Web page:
Road Tripping: Labor Day Safety

by Gwen Newell

For many of us, the Labor Day holiday is the last big hoorah for the summer travel season – and with students back in school, the majority of travelers will most likely venture out on a 3-day road trip. Many of those opting for road trips over air travel, feel the benefits of driving gives them a greater sense of control over their surroundings, especially with the recent resurgence of COVID-19 cases.

AAA has rolled out a variety of free resources to keep travelers safe and give them peace-of-mind.

Road Trip Tips

  • Prep your vehicle. Visit a AAA Car Care Center to ensure your vehicle is road-trip ready. Some vehicles may have sat unused for months and should be inspected.
  • Plan stops. Destinations and businesses may have adjusted their hours of operation.
  • Pack cleaning supplies and face coverings. Some regions have ordinances requiring the use of masks.
  • Pack food and water. This could reduce the number of times you need to go to the store.
  • Pull out of the traffic lanes if your car breaks down. If faced with a vehicle emergency, safely steer your car off the roadway. Turn on the emergency flashers to alert other drivers and exit the vehicle on the side facing away from traffic if possible. Once everyone is in a safe location, request assistance from a road service provider.

Stop the Spread of Unsafe Driving

Preparation is paramount for people planning to travel during this pandemic, but it’s not just about protecting yourself from the virus. With an influx of drivers expected for Labor Day weekend, it’s also critical that travelers make safe decisions while behind the wheel. Please be sure to buckle up, slow down, and avoid distracted and impaired driving. These are simple steps to reduce the most common fatal accidents.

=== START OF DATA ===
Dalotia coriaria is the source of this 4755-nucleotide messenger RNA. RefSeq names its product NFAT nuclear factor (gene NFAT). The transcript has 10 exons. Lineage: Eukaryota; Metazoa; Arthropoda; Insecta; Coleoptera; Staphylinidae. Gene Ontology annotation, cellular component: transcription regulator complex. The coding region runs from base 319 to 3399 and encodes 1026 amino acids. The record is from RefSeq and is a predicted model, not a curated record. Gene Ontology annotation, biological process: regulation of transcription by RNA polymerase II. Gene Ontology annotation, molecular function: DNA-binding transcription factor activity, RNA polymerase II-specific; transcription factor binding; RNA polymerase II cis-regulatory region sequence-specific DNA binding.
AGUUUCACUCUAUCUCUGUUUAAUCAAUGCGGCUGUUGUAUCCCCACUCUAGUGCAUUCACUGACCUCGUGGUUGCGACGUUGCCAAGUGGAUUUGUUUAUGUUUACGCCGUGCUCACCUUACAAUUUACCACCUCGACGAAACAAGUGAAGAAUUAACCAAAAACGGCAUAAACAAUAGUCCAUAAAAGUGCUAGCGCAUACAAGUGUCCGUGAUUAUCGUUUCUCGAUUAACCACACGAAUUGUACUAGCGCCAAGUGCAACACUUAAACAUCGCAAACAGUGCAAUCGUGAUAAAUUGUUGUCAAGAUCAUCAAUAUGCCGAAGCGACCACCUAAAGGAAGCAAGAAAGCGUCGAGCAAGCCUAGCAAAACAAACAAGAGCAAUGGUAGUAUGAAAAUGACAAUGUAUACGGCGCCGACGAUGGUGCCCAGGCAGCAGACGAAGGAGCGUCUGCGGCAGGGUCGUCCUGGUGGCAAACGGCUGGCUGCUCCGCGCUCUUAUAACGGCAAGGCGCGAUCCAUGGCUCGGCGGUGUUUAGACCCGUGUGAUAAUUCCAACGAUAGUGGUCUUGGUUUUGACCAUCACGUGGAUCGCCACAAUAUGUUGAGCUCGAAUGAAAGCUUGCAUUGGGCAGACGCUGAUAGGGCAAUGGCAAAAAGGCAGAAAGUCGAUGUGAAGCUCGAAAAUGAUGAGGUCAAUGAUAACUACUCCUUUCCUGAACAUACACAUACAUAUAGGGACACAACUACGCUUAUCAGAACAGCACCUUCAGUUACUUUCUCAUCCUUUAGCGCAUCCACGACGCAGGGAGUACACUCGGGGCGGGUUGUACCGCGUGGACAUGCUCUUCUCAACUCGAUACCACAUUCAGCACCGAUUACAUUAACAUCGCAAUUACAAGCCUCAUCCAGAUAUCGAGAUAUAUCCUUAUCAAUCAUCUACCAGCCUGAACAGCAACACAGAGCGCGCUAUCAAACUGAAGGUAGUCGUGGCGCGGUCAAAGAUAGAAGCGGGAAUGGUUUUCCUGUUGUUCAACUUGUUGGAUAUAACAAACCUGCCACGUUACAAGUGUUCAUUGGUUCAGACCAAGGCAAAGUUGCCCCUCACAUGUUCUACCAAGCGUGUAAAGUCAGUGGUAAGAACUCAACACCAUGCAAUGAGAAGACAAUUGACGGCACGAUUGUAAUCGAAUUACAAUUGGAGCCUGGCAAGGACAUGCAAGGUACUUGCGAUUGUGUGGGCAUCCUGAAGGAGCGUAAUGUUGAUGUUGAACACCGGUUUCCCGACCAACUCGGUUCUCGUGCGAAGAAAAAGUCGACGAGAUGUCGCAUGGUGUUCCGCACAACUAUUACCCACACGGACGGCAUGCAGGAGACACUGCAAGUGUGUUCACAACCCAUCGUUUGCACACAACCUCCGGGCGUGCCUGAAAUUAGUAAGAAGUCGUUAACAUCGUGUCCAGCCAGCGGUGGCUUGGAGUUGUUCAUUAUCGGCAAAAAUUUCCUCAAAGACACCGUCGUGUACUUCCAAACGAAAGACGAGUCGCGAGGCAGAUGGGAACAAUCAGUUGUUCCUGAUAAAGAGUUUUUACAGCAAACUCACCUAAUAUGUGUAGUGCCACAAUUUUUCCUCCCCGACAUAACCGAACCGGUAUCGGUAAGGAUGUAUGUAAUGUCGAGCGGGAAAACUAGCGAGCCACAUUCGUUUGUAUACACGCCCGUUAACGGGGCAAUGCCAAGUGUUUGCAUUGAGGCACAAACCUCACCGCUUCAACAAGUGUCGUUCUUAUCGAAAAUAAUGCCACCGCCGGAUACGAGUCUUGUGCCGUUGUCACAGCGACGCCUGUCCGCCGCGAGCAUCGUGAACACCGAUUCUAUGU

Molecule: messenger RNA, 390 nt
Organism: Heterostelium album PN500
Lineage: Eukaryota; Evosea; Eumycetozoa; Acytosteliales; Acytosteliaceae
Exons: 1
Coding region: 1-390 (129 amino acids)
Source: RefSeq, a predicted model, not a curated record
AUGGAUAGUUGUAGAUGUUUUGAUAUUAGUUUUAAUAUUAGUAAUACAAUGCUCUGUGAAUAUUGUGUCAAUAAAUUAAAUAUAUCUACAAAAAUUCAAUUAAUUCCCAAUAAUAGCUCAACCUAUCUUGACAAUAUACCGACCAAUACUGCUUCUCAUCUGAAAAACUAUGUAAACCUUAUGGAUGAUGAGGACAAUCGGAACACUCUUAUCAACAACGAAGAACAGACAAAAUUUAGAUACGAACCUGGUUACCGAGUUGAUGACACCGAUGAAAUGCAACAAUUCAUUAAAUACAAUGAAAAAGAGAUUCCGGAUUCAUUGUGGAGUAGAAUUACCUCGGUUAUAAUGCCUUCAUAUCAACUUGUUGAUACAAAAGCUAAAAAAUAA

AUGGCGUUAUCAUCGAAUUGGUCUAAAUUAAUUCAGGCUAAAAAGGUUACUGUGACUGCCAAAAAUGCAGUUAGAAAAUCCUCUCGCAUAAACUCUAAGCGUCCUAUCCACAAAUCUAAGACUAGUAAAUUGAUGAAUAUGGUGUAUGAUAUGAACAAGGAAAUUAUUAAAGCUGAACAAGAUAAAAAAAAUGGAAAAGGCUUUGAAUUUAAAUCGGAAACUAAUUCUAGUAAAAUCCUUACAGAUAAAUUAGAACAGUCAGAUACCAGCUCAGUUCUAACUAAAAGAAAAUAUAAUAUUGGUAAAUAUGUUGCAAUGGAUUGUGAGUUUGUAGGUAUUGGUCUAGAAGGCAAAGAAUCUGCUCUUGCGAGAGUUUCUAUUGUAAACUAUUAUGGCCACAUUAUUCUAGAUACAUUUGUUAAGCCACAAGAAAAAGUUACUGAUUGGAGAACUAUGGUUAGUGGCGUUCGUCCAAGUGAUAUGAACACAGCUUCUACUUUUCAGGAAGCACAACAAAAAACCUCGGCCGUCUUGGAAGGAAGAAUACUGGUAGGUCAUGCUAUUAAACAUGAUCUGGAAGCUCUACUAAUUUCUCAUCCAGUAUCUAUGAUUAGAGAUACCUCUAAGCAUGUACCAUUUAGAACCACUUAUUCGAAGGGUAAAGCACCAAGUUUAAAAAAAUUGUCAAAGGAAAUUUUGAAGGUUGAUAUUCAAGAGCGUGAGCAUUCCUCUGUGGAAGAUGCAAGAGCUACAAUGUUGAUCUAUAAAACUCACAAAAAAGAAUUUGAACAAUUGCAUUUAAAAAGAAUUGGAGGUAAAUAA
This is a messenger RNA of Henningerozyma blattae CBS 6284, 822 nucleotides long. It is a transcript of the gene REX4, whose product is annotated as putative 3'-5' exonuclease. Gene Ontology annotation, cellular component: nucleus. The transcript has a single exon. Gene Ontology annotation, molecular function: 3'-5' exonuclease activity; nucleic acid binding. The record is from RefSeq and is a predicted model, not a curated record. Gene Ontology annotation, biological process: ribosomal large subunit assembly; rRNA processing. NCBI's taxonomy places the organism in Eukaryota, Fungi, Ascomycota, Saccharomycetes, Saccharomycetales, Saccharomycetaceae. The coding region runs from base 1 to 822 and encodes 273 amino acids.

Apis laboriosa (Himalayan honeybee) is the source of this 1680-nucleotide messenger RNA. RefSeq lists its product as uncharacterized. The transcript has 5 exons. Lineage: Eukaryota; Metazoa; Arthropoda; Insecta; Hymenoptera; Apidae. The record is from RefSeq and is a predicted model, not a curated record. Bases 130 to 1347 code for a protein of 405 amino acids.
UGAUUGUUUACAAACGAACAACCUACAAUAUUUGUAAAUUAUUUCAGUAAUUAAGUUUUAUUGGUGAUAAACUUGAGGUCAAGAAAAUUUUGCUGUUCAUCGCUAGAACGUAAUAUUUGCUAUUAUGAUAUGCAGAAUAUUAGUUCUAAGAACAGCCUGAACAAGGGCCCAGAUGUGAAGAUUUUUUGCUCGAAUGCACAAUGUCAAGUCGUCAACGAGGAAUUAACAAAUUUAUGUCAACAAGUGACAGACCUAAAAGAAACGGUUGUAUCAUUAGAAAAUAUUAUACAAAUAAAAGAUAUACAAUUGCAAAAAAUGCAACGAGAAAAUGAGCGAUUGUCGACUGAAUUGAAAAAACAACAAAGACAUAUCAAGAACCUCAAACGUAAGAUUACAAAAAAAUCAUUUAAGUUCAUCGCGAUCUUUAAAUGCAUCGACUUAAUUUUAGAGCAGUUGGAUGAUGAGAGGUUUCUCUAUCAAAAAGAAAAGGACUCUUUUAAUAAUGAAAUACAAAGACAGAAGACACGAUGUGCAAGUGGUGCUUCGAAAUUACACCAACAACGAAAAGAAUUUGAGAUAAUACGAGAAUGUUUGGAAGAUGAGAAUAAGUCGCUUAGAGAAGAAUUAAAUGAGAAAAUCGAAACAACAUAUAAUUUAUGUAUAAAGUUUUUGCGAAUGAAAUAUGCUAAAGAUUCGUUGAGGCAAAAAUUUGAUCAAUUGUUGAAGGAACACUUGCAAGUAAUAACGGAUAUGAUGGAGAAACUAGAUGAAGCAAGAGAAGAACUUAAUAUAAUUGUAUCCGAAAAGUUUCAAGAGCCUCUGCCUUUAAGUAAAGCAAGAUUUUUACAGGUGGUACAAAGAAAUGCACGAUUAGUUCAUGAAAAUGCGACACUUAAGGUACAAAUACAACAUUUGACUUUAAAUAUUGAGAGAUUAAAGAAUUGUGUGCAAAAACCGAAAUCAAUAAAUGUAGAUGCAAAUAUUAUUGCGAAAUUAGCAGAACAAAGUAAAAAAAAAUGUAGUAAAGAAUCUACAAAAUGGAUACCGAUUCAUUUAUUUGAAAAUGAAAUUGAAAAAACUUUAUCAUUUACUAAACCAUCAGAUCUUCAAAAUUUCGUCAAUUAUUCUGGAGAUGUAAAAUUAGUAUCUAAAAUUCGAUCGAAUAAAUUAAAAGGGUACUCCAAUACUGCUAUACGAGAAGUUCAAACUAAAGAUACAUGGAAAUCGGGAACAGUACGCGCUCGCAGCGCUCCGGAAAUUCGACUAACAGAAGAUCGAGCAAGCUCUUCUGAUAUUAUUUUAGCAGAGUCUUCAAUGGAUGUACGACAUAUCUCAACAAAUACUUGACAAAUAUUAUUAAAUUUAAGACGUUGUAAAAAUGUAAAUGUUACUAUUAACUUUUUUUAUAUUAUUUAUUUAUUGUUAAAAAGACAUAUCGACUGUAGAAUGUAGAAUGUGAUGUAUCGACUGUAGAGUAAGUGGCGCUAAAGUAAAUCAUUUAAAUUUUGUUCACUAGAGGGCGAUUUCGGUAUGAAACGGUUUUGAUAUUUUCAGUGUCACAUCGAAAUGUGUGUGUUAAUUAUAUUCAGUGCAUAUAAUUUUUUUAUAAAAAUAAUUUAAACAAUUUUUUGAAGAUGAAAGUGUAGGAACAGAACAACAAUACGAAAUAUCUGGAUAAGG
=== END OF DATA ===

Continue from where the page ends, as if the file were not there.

According to national figures from NHTSA:

  • Alcohol impaired driving accounts for just under one-third of all traffic fatalities. AAA says: arrange for a safe ride home before your first drink
  • Speeding typically accounts for one-third of all traffic fatalities. AAA says: Adhere to speed limits, leave early so you’re not in a hurry, reduce your speed for bad weather or other hazardous road conditions
  • Distraction is responsible for nine percent of fatal crashes. AAA says: Drivers are 8x more likely to crash when texting; 4x more likely to crash when talking on a cellphone. Put your phone down, program your GPS before driving, and secure loose items in the car.
  • Seat Belts save lives. Nearly half (47%) of people killed in motor vehicle crashes in 2017 were not wearing their seat belts. AAA says: Ensure the driver and all passengers buckle-up; this includes children. Motor vehicle crashes are the leading cause of death for all children. The safest place for children under 12 is in the back seat. Click here for recommendations for what type of seats are best for kids.

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